Swarms Of Locusts Are The Latest Threat To India Amid Coronavirus Pandemic
SCOTT SIMON, HOST:
India's been hit by a cyclone and a heat wave this month. That's all on top of the pandemic, which, of course, has the country under lockdown. The country's economy has also taken a hit with 100 million Indians having lost their jobs. And now they're beset with another problem. NPR's Lauren Frayer reports.
LAUREN FRAYER, BYLINE: They violated the coronavirus lockdown and landed in deserted streets this week in India's Pink City, the tourist hub of Jaipur. But these were unwelcome visitors, and they turned the sky brown. It was like an eclipse.
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UNIDENTIFIED PERSON: (Non-English language spoken).
FRAYER: "We couldn't see the sun, there were so many locusts," one resident tells local TV. He says his kids got scared and ran indoors. After a noisy night of flapping and buzzing, the locusts left his fruit trees destroyed. KL Gurjar is deputy director of India's locust warning organization. It exists to warn farmers about when to harvest their crops so that locusts don't eat them.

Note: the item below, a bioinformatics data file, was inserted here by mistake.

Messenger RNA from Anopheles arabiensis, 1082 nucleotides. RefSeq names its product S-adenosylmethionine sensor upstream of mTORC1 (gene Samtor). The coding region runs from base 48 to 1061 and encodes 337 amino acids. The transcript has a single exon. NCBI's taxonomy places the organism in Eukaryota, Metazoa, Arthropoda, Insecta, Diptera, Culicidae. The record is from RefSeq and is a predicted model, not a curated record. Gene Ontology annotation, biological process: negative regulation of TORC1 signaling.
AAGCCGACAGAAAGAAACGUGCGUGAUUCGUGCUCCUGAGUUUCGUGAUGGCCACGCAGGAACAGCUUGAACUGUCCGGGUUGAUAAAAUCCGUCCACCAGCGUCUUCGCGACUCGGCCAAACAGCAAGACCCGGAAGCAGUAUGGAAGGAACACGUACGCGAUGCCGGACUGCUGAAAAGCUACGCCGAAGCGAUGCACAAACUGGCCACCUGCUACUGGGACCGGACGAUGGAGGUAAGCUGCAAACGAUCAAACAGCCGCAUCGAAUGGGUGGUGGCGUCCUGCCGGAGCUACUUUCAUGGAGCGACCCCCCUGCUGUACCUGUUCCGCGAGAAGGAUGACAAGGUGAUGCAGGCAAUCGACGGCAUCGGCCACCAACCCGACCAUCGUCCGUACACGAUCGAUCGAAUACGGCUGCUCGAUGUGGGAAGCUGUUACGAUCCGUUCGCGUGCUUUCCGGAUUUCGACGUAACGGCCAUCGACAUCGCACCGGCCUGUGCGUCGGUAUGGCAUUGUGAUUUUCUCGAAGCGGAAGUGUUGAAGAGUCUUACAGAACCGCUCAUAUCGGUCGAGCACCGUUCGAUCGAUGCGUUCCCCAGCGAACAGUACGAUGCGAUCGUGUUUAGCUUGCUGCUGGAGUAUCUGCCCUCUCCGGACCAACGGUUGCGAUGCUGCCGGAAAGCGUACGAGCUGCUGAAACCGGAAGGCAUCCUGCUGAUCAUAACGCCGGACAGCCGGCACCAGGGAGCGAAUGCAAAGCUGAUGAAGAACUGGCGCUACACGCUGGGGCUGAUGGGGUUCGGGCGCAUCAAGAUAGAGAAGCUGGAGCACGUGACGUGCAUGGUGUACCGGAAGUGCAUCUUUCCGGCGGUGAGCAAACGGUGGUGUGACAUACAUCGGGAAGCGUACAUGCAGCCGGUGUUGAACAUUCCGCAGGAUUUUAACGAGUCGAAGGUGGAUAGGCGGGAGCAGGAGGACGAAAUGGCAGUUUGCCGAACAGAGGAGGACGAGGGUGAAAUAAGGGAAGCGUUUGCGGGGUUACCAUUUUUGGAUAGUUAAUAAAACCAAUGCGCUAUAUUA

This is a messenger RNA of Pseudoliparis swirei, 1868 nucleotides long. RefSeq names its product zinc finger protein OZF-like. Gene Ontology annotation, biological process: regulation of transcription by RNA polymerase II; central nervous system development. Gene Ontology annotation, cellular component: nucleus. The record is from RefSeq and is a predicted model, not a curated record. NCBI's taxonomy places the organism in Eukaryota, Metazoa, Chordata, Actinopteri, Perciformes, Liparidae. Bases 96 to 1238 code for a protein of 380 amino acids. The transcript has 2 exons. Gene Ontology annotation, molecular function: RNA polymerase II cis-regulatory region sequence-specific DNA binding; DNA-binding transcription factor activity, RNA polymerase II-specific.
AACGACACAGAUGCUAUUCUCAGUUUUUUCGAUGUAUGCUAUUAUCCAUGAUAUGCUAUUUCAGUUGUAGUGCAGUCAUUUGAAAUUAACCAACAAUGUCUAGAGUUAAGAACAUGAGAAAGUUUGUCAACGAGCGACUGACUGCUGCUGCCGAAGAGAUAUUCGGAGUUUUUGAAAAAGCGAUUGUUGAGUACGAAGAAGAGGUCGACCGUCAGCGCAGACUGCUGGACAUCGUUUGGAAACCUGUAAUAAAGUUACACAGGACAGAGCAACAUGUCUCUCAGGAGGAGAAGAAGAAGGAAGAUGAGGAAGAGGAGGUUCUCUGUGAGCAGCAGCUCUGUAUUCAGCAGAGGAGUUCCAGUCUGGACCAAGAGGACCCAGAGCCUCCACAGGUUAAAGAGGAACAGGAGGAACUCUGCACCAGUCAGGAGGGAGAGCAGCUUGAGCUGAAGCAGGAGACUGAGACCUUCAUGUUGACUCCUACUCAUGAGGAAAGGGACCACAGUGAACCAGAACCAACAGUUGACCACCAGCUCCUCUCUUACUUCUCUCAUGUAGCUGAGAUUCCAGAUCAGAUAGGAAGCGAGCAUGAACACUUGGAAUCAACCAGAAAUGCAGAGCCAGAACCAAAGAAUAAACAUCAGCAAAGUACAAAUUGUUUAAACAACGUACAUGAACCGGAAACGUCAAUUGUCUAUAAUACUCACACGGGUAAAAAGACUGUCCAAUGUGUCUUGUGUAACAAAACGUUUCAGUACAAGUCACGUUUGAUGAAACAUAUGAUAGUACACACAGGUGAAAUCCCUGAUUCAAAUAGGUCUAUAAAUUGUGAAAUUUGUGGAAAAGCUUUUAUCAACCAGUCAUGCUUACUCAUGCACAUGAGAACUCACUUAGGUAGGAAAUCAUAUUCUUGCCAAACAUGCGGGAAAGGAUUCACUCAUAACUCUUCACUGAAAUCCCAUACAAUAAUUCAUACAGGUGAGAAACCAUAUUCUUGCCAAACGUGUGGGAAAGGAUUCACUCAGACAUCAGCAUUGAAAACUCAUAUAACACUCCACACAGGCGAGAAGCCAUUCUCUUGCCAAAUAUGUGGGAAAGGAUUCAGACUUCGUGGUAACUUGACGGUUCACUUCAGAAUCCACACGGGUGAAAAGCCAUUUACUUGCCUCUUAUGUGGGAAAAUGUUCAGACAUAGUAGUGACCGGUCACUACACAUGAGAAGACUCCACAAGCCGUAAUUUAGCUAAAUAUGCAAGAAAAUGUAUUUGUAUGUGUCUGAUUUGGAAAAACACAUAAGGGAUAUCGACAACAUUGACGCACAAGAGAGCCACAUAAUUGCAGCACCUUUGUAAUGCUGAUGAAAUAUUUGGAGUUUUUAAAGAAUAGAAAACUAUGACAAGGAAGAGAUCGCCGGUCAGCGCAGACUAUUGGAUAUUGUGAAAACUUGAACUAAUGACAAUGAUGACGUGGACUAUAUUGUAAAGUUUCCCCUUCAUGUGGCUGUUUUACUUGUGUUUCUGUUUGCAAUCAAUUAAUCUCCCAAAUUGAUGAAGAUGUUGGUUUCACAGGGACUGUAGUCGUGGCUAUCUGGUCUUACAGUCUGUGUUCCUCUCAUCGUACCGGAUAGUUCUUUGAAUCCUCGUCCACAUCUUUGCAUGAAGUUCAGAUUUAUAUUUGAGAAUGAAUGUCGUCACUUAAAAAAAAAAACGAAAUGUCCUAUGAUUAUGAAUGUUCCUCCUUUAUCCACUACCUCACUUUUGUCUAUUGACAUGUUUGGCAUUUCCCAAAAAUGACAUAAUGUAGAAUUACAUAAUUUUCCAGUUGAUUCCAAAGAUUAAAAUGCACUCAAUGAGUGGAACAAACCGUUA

K L GURJAR: Millions, millions, millions of locusts because in one square kilometer, you can see approximately 40 million.
FRAYER: He says the air is thick with locusts. So far, they've blanketed half a dozen states in western and central India. They look like big brown grasshoppers with horns. And farmers already facing losses because of the coronavirus lockdown are fighting back.
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FRAYER: They're clanging pots and pans to scare the locusts away. In one town, a deejay hauled a huge boom box into the fields to blast them with techno music.
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FRAYER: Others are aiming fire hoses filled with insecticide and even sending up drones. Locusts swarm India annually just before the monsoon rains. But this is the worst infestation in 25 years. Tarun Gopalakrishnan from the Centre for Science and Environment in New Delhi blames climate change. Locusts, he says, love heat, and temperatures have topped 115 in Delhi this week. They also love moisture, and India is getting a lot more storms outside the rainy season, he says.
TARUN GOPALAKRISHNAN: And the Indian Ocean average water temperature has been warmer than usual. So all that has contributed to breeding conditions for locusts.
FRAYER: Locusts breed in the rain. Next month, the monsoon deluge begins. And so a race is now underway to kill these locusts or drive them out before they have a summer of romance in India. Lauren Frayer, NPR News.
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